Alanis f English (Rare)
Feminine form of Alan
. Canadian musician Alanis Morissette (1974-) was named after her father Alan. Her parents apparently decided to use this particular spelling after seeing this word in a Greek newspaper.
Alyssa f English
Variant of Alicia
. The spelling has probably been influenced by that of the alyssum flower, the name of which is derived from Greek ἀ (a)
, a negative prefix, combined with λύσσα (lyssa)
meaning "madness, rabies", since it was believed to cure madness.
Aretha f English
Possibly derived from Greek ἀρετή (arete)
. This name was popularized in the 1960s by American singer Aretha Franklin (1942-).
Athol m & f Scottish
From the name of a district in Scotland that was derived from Gaelic ath Fodhla "new Ireland"
Ayumi f Japanese
From Japanese 歩 (ayumi)
meaning "walk, step". It can also be from 亜 (a)
meaning "second, Asia" combined with 由 (yu)
meaning "reason, cause" and 美 (mi)
meaning "beautiful". Otherwise it can be written with different combinations of kanji, or with the hiragana writing system.
Beverly f & m English
From a surname that was originally derived from the name of an English city, itself meaning "beaver stream"
in Old English. It came into use as a masculine given name in the 19th century, and it became common as an American feminine name after the publication of George Barr McCutcheon's 1904 novel Beverly of Graustark
Chae-Won f Korean
From Sino-Korean 采 (chae)
meaning "collect, gather, pluck" or 彩 (chae)
meaning "colour" combined with 原 (won)
meaning "source, origin, beginning". Other hanja combinations can also form this name.
Cher f English
Short form of Cheryl
. In the case of the American musician Cher (1946-), it is short for her real name Cherilyn
Christina f English, German, Swedish, Norwegian, Danish, Dutch, Greek
, the Latin feminine form of Christian
. This was the name of an early, possibly legendary, saint who was tormented by her pagan father. It was also borne by a 17th-century Swedish queen and patron the arts who gave up her crown in order to become a Roman Catholic.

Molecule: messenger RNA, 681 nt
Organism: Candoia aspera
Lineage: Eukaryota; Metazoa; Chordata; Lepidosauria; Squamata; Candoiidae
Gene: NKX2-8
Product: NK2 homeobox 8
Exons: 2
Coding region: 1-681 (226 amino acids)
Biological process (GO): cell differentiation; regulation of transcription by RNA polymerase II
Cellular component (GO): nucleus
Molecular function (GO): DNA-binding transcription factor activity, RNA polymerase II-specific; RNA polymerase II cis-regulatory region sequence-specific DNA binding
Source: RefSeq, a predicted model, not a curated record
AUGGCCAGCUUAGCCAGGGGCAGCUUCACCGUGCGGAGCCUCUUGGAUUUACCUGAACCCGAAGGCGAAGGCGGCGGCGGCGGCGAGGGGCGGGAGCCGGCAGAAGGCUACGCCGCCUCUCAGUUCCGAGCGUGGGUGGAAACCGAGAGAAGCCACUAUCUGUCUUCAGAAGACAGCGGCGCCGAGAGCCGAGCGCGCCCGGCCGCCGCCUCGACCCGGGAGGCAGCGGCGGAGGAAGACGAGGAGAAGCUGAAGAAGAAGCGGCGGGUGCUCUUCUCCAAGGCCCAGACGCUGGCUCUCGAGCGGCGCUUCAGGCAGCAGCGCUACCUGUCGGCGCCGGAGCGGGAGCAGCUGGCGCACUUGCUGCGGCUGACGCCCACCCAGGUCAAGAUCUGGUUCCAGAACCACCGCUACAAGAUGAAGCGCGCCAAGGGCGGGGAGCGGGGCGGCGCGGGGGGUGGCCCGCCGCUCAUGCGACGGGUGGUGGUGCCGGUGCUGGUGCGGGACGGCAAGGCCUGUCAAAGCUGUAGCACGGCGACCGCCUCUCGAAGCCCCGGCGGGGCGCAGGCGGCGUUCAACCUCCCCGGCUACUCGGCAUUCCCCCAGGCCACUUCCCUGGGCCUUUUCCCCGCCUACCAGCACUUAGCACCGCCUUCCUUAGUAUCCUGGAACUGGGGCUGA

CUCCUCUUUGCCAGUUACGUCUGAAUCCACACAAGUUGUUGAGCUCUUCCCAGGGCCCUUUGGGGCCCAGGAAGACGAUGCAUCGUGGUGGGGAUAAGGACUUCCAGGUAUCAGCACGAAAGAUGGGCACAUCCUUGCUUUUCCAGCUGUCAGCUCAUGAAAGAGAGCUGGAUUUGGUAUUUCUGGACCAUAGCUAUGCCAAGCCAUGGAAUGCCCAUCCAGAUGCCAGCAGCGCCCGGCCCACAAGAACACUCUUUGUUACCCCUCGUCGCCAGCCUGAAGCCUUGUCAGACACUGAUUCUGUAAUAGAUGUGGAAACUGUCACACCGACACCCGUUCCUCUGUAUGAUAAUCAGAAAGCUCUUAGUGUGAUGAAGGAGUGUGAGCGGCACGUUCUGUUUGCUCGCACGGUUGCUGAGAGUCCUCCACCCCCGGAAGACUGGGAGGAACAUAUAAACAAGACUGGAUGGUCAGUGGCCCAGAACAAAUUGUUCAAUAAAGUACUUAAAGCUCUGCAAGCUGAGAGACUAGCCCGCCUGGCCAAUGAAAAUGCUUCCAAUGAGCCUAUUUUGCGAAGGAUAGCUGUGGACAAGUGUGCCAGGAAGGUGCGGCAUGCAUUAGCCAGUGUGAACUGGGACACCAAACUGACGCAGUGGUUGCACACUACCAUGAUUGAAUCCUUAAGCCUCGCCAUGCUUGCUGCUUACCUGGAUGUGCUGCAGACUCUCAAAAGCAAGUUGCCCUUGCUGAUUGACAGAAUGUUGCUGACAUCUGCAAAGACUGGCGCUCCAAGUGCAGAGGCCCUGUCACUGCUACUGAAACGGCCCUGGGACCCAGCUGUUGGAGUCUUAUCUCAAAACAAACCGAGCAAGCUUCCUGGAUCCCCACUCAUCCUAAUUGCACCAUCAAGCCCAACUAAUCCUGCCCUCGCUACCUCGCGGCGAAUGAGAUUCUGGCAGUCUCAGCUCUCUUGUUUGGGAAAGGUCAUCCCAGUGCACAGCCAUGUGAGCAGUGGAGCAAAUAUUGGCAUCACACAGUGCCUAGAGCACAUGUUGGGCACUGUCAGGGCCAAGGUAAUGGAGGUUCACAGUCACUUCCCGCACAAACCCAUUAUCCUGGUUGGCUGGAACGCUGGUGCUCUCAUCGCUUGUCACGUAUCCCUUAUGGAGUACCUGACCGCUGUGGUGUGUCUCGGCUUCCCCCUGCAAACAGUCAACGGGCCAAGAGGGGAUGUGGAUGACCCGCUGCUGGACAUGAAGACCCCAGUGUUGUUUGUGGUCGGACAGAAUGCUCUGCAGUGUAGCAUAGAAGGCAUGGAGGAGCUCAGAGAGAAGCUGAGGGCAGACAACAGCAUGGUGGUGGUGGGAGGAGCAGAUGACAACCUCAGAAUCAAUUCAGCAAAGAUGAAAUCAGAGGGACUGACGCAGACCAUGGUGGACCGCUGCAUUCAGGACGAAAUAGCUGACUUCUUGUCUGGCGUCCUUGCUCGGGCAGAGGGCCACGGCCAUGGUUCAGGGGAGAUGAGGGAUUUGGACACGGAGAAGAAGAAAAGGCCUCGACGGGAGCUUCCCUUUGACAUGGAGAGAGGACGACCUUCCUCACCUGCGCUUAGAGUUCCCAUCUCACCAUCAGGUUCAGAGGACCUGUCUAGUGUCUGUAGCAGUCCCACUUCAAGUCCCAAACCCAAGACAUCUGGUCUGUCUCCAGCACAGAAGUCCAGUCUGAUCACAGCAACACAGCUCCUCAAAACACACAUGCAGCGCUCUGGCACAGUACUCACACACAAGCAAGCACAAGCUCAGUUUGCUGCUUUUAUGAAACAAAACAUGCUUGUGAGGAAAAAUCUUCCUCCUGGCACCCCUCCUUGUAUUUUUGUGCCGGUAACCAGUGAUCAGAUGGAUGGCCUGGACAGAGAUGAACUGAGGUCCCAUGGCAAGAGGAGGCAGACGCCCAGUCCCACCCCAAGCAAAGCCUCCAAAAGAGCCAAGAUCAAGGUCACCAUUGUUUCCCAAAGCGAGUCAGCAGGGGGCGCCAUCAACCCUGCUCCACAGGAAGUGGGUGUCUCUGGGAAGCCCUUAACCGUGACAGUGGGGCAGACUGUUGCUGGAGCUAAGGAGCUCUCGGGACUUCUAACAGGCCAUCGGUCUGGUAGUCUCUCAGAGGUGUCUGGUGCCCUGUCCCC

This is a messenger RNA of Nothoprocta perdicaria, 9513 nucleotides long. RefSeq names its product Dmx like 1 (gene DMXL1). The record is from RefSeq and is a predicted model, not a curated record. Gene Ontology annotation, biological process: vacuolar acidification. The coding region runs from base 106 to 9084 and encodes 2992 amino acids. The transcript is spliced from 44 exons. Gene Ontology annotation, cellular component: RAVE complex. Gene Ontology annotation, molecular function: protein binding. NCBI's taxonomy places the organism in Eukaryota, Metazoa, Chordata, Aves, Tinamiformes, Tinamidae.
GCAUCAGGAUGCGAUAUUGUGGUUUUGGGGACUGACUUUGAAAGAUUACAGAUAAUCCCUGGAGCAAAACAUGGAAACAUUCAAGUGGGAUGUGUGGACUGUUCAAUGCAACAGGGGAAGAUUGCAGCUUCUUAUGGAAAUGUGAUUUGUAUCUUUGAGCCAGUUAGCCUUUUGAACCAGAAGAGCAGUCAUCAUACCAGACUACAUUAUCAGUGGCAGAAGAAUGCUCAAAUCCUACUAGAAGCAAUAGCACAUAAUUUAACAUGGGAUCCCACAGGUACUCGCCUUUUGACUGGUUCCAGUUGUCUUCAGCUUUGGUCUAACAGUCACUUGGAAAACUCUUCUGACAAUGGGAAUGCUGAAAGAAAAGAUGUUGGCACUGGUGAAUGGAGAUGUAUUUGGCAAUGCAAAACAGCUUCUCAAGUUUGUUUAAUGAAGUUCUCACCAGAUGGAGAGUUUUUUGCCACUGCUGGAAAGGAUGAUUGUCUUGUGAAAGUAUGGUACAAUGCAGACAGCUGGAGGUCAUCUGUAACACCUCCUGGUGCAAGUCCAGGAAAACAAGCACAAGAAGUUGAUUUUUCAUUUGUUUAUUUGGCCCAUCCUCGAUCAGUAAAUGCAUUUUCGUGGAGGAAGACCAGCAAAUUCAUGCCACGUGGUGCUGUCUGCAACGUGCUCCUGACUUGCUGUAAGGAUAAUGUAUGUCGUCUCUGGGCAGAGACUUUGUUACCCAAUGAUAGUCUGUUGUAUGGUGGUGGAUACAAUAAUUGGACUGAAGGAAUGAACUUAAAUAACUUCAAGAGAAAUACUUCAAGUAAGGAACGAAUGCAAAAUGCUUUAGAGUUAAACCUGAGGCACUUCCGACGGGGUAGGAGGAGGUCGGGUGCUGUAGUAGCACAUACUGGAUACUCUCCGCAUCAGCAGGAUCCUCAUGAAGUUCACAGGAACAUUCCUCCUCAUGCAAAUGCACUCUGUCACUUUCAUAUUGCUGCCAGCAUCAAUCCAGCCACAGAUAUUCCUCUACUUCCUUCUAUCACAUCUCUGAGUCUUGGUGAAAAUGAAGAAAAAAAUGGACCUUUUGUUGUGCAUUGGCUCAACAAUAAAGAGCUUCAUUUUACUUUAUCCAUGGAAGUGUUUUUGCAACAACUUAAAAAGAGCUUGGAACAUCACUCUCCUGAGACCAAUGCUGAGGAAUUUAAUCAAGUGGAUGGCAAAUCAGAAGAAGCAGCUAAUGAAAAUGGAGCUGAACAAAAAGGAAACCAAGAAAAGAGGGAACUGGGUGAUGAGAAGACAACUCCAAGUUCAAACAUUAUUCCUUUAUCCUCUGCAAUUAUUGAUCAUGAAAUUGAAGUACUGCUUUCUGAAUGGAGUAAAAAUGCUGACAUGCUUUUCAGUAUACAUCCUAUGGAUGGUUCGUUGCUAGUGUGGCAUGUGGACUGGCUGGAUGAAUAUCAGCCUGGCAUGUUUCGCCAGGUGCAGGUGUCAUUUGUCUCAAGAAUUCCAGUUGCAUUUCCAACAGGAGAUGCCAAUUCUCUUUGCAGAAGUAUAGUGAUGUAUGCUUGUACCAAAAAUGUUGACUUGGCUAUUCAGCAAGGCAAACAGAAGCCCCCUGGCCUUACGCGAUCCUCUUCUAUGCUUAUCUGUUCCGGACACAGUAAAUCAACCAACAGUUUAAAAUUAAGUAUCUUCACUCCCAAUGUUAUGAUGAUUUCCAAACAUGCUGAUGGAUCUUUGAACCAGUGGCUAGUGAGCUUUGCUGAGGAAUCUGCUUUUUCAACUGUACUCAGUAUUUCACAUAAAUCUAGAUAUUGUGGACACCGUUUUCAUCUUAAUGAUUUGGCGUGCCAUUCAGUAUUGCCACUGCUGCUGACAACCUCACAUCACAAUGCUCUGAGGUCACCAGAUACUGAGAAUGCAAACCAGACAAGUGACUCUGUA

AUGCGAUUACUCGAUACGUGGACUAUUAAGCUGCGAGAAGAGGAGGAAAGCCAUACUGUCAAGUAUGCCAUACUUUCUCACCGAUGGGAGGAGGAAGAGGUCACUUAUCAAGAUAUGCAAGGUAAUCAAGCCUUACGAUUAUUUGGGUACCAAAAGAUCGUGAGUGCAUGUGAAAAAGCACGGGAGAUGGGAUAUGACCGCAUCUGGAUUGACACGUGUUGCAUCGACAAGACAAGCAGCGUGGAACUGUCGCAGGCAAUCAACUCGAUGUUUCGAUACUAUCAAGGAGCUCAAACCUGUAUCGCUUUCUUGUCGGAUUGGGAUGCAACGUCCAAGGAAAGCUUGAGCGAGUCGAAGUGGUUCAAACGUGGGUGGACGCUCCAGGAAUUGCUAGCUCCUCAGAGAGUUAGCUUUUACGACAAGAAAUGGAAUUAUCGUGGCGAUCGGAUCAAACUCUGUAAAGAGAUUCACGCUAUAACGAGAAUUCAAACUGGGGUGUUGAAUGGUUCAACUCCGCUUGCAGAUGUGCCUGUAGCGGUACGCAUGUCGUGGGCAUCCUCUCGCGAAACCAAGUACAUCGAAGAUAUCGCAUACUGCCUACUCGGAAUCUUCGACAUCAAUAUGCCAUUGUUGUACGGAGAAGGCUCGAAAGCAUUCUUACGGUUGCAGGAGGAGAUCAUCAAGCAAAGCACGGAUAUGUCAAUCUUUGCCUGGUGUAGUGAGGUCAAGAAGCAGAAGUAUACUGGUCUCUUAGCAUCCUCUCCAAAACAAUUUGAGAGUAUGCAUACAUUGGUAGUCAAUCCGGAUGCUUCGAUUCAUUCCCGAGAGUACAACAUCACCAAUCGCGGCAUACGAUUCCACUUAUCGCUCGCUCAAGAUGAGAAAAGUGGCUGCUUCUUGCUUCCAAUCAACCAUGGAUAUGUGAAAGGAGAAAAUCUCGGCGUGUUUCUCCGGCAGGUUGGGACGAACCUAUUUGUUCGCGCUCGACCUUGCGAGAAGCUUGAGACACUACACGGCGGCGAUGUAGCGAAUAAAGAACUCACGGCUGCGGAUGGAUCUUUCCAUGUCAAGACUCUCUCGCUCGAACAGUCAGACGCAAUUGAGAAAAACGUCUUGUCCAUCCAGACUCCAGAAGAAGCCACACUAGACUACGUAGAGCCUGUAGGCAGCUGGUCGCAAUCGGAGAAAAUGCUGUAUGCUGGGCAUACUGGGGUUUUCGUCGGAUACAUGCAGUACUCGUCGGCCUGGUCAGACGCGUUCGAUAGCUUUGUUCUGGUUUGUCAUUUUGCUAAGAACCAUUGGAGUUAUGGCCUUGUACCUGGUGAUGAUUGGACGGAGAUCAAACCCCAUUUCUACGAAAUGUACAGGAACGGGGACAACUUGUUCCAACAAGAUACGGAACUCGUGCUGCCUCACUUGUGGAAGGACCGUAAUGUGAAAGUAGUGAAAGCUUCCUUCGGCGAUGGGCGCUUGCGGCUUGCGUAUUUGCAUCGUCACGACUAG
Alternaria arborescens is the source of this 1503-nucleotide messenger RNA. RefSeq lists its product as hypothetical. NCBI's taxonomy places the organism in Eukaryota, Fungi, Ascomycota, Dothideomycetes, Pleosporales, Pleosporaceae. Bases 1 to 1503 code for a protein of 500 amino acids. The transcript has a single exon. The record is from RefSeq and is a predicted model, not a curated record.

Daniel m English, Hebrew, French, German, Swedish, Norwegian, Danish, Polish, Czech, Slovak, Spanish, Portuguese, Catalan, Romanian, Slovene, Bulgarian, Macedonian, Croatian, Finnish, Estonian, Armenian, Georgian, Biblical, Biblical Greek
From the Hebrew name דָּנִיֵּאל (Daniyyel)
meaning "God is my judge"
, from the roots דִּין (din)
meaning "to judge" and אֵל ('el)
meaning "God". Daniel was a Hebrew prophet whose story is told in the Book of Daniel in the Old Testament. He lived during the Jewish captivity in Babylon, where he served in the court of the king, rising to prominence by interpreting the king's dreams. The book also presents Daniel's four visions of the end of the world.... [more]
Delta f English
From the name of the fourth letter in the Greek alphabet, Δ
. It is also the name for an island formed at the mouth of a river.
Dolores f Spanish, English
, taken from the Spanish title of the Virgin Mary María de los Dolores
, meaning "Mary of Sorrows". It has been used in the English-speaking world since the 19th century, becoming especially popular in America during the 1920s and 30s.
Dusty m & f English
From a nickname originally given to people perceived as being dusty. It is also used a diminutive of Dustin
. A famous bearer was British singer Dusty Springfield (1939-1999), who acquired her nickname as a child.
Eartha f English
Combination of the English word earth
with the feminine name suffix a
. It has been used in honour of African-American philanthropist Eartha M. M. White (1876-1974). Another famous bearer was American singer and actress Eartha Kitt (1927-2008).
Elton m English
From a surname that was originally from a place name meaning "Ella's town"
in Old English. A famous bearer of this name is British musician Elton John (1947-), born Reginald Dwight, who adopted his stage name in honour of his former bandmate Elton Dean (1945-2006).
Elvis m English
Meaning unknown. It could possibly be a derivative of Alvis
. More likely, it is from the rare surname Elvis
, a variant of Elwes
, which is ultimately derived from the given name Eloise
. The name was brought to public attention by the singer Elvis Presley (1935-1977), whose name came from his father's middle name.... [more]
Harry m English
Medieval English form of Henry
. In modern times it is used as a diminutive of both Henry
. A famous bearer was American president Harry S. Truman (1884-1972). It is also the name of the boy wizard in J. K. Rowling's Harry Potter
series of books, first released in 1997.
Inna f Russian, Ukrainian
Meaning unknown. This was the name of an early Scythian saint and martyr, a male, supposedly a disciple of Saint Andrew